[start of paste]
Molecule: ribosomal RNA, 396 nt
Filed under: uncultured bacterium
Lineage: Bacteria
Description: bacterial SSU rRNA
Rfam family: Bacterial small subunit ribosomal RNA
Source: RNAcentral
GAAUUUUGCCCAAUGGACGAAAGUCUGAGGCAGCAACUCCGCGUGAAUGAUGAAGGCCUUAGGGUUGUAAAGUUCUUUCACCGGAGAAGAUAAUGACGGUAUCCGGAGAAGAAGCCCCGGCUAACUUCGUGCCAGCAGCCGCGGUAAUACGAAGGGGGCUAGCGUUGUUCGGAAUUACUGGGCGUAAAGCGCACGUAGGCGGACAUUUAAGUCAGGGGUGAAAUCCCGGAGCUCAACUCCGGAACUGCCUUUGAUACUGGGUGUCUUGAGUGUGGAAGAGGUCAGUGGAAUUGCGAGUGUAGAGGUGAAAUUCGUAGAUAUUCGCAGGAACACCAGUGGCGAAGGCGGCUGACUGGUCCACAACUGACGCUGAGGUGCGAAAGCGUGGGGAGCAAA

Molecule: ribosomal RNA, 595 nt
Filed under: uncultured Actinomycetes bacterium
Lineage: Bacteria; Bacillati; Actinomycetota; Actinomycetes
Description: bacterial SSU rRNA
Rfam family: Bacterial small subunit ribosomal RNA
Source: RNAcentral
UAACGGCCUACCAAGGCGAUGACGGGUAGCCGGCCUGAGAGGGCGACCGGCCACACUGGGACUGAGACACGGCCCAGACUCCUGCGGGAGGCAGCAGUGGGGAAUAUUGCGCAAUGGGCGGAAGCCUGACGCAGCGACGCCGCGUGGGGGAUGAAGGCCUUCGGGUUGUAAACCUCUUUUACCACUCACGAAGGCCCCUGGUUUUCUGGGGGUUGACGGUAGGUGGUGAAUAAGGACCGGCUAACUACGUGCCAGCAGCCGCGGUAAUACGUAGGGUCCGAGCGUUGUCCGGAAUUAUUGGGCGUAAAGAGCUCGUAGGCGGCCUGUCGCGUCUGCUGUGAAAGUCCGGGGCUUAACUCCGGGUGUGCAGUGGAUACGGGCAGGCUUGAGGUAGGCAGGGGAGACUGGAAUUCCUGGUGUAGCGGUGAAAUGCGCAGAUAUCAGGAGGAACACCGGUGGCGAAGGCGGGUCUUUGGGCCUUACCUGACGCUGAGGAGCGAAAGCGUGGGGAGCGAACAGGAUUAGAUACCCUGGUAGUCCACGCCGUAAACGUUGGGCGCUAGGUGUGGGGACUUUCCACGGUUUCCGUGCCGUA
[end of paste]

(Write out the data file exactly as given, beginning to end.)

Molecule: ribosomal RNA, 396 nt
Filed under: uncultured bacterium
Lineage: Bacteria
Description: bacterial SSU rRNA
Rfam family: Bacterial small subunit ribosomal RNA
Source: RNAcentral
GAAUUUUGCCCAAUGGACGAAAGUCUGAGGCAGCAACUCCGCGUGAAUGAUGAAGGCCUUAGGGUUGUAAAGUUCUUUCACCGGAGAAGAUAAUGACGGUAUCCGGAGAAGAAGCCCCGGCUAACUUCGUGCCAGCAGCCGCGGUAAUACGAAGGGGGCUAGCGUUGUUCGGAAUUACUGGGCGUAAAGCGCACGUAGGCGGACAUUUAAGUCAGGGGUGAAAUCCCGGAGCUCAACUCCGGAACUGCCUUUGAUACUGGGUGUCUUGAGUGUGGAAGAGGUCAGUGGAAUUGCGAGUGUAGAGGUGAAAUUCGUAGAUAUUCGCAGGAACACCAGUGGCGAAGGCGGCUGACUGGUCCACAACUGACGCUGAGGUGCGAAAGCGUGGGGAGCAAA

Molecule: ribosomal RNA, 595 nt
Filed under: uncultured Actinomycetes bacterium
Lineage: Bacteria; Bacillati; Actinomycetota; Actinomycetes
Description: bacterial SSU rRNA
Rfam family: Bacterial small subunit ribosomal RNA
Source: RNAcentral
UAACGGCCUACCAAGGCGAUGACGGGUAGCCGGCCUGAGAGGGCGACCGGCCACACUGGGACUGAGACACGGCCCAGACUCCUGCGGGAGGCAGCAGUGGGGAAUAUUGCGCAAUGGGCGGAAGCCUGACGCAGCGACGCCGCGUGGGGGAUGAAGGCCUUCGGGUUGUAAACCUCUUUUACCACUCACGAAGGCCCCUGGUUUUCUGGGGGUUGACGGUAGGUGGUGAAUAAGGACCGGCUAACUACGUGCCAGCAGCCGCGGUAAUACGUAGGGUCCGAGCGUUGUCCGGAAUUAUUGGGCGUAAAGAGCUCGUAGGCGGCCUGUCGCGUCUGCUGUGAAAGUCCGGGGCUUAACUCCGGGUGUGCAGUGGAUACGGGCAGGCUUGAGGUAGGCAGGGGAGACUGGAAUUCCUGGUGUAGCGGUGAAAUGCGCAGAUAUCAGGAGGAACACCGGUGGCGAAGGCGGGUCUUUGGGCCUUACCUGACGCUGAGGAGCGAAAGCGUGGGGAGCGAACAGGAUUAGAUACCCUGGUAGUCCACGCCGUAAACGUUGGGCGCUAGGUGUGGGGACUUUCCACGGUUUCCGUGCCGUA